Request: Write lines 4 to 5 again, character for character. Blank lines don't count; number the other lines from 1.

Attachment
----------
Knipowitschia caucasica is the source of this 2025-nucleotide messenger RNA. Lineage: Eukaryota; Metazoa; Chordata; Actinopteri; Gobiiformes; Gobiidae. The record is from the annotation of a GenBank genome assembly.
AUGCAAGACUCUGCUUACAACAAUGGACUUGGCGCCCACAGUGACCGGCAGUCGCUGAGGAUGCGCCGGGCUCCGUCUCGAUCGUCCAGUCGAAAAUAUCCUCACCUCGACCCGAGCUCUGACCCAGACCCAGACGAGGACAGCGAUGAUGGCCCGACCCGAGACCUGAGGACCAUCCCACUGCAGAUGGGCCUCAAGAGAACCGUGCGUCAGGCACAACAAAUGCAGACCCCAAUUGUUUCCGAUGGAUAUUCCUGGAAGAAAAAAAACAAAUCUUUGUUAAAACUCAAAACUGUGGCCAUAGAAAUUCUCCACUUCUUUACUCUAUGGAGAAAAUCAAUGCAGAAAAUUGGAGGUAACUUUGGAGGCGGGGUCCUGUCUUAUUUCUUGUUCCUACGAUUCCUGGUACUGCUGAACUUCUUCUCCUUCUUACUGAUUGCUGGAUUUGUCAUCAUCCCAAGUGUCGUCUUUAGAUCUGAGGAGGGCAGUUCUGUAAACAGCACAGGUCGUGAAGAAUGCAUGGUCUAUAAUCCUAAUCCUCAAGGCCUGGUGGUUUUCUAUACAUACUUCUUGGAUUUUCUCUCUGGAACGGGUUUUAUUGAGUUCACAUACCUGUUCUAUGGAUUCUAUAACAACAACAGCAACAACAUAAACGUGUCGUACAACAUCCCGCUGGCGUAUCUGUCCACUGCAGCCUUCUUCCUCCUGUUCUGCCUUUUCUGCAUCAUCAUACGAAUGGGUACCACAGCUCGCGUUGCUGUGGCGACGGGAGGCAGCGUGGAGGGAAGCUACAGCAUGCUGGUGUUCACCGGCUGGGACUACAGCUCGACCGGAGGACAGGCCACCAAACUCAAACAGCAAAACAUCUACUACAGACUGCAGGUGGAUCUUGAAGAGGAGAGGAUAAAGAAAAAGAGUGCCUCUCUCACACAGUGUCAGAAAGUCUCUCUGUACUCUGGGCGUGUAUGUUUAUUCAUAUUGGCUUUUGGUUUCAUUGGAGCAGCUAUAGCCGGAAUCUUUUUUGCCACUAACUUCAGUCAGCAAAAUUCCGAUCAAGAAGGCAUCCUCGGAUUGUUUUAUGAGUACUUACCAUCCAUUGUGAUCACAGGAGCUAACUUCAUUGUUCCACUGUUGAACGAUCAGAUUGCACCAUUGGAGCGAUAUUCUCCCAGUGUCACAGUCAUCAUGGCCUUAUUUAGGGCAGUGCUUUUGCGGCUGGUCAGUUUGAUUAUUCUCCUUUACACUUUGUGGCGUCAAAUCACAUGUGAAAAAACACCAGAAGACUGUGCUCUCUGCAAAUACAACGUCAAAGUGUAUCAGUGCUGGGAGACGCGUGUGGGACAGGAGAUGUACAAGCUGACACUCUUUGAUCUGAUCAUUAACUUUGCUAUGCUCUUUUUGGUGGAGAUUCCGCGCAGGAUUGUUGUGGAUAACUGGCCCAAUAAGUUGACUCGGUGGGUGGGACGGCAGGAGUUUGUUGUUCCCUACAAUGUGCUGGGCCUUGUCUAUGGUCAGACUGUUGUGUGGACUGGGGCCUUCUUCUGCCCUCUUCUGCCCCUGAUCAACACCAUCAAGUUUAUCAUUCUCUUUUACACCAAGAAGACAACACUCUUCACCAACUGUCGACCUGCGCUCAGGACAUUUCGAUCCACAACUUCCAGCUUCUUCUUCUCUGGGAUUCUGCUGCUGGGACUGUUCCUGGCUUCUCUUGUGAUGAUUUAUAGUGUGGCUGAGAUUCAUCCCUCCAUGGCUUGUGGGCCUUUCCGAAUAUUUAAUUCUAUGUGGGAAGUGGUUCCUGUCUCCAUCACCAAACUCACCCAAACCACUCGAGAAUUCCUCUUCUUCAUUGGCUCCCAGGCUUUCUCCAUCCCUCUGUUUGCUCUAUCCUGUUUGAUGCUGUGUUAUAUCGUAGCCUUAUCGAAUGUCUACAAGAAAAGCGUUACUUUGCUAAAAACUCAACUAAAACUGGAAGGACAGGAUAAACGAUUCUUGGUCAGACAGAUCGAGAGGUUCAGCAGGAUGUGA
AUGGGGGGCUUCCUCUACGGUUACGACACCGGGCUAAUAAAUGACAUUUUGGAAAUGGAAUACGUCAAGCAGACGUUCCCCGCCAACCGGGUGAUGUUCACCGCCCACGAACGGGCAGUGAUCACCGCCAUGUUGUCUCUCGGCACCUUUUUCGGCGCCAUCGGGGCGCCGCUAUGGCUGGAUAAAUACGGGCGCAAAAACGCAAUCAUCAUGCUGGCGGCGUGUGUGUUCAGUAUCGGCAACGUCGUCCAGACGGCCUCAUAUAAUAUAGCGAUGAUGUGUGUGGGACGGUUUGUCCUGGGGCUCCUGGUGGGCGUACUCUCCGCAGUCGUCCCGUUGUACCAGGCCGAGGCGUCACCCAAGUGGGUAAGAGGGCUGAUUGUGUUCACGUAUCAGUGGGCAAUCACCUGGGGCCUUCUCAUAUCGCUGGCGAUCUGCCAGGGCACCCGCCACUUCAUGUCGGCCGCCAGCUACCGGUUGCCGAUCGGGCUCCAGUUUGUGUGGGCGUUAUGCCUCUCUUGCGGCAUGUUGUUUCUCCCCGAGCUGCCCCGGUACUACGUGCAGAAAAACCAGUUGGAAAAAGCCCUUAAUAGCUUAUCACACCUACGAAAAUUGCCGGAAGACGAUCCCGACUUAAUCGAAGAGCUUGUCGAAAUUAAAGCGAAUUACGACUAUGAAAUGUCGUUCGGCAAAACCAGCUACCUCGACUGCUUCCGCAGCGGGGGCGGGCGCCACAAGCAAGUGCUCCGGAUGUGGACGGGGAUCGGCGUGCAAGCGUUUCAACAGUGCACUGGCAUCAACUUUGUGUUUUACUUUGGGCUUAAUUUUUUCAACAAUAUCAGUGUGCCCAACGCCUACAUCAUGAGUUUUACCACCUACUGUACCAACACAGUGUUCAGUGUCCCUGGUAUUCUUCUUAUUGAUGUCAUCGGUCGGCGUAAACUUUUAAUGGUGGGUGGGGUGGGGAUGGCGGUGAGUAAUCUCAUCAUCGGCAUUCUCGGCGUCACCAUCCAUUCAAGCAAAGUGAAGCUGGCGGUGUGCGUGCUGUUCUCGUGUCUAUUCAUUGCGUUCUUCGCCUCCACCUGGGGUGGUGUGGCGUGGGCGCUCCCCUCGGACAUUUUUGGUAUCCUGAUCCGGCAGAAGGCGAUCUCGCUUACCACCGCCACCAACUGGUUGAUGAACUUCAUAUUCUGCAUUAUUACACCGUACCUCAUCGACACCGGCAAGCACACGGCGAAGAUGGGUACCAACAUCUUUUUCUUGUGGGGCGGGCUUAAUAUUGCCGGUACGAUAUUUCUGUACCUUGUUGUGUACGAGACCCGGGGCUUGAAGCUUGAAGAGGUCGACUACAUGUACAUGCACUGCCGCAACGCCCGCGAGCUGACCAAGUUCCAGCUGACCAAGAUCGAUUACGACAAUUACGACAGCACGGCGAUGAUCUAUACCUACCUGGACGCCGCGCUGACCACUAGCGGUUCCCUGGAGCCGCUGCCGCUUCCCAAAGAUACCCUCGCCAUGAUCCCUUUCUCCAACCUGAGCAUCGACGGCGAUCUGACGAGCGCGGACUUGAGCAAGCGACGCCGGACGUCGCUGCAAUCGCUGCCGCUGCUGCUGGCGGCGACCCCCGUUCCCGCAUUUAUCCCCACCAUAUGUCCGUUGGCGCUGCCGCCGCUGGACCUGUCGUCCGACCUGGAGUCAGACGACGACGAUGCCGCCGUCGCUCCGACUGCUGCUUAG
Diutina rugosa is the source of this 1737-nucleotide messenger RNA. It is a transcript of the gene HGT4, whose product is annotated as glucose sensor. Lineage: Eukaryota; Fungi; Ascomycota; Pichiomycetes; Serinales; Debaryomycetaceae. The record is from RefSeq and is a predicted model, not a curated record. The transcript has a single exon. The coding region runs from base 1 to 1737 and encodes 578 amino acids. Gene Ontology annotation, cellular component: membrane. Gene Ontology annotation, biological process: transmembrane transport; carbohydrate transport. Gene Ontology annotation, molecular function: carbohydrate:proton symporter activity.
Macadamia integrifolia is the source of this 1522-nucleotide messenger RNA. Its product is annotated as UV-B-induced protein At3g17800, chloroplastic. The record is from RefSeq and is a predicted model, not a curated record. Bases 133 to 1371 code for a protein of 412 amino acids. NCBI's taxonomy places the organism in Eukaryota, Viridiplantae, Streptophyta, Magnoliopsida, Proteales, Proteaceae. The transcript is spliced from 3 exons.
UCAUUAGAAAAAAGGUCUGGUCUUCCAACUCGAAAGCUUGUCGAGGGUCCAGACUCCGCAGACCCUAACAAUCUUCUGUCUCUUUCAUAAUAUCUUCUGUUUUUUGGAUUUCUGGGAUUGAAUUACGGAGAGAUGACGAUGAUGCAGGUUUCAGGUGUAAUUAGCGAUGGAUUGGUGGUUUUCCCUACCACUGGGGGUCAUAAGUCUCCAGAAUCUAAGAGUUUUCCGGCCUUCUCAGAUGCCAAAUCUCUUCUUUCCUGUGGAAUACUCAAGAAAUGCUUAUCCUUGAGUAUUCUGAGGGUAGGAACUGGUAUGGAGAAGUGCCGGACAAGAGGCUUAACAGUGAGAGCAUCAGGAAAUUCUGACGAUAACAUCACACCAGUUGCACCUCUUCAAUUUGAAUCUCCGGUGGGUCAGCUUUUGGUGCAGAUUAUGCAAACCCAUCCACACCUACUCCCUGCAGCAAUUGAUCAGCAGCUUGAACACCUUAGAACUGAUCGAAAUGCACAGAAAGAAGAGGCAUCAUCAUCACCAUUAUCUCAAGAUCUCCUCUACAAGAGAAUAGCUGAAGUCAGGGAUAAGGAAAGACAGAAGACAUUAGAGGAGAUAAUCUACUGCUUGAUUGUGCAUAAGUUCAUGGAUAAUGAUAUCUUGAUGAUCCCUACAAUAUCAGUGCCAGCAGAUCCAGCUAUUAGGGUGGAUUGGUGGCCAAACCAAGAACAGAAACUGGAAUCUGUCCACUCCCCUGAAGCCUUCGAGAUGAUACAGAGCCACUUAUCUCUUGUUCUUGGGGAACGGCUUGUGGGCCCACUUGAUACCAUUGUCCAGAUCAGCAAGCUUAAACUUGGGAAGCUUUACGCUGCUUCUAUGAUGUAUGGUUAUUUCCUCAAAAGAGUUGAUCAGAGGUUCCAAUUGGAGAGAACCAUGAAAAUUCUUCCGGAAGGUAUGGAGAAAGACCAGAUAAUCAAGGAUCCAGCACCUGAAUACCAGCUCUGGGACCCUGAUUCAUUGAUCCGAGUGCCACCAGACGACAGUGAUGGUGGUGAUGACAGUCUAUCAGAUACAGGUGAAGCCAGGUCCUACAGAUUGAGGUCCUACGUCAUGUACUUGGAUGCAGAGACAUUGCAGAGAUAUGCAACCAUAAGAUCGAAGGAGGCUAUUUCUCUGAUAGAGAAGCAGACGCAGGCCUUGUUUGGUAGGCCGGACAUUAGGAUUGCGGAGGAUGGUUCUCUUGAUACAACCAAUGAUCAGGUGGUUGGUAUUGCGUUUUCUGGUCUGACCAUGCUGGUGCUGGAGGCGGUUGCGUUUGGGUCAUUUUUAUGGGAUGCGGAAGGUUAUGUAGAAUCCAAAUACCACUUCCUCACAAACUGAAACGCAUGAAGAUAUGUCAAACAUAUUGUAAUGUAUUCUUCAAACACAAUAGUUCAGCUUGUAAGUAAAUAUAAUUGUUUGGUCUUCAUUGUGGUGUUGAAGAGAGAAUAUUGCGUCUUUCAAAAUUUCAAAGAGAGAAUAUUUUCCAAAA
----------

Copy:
Diutina rugosa is the source of this 1737-nucleotide messenger RNA. It is a transcript of the gene HGT4, whose product is annotated as glucose sensor. Lineage: Eukaryota; Fungi; Ascomycota; Pichiomycetes; Serinales; Debaryomycetaceae. The record is from RefSeq and is a predicted model, not a curated record. The transcript has a single exon. The coding region runs from base 1 to 1737 and encodes 578 amino acids. Gene Ontology annotation, cellular component: membrane. Gene Ontology annotation, biological process: transmembrane transport; carbohydrate transport. Gene Ontology annotation, molecular function: carbohydrate:proton symporter activity.
Macadamia integrifolia is the source of this 1522-nucleotide messenger RNA. Its product is annotated as UV-B-induced protein At3g17800, chloroplastic. The record is from RefSeq and is a predicted model, not a curated record. Bases 133 to 1371 code for a protein of 412 amino acids. NCBI's taxonomy places the organism in Eukaryota, Viridiplantae, Streptophyta, Magnoliopsida, Proteales, Proteaceae. The transcript is spliced from 3 exons.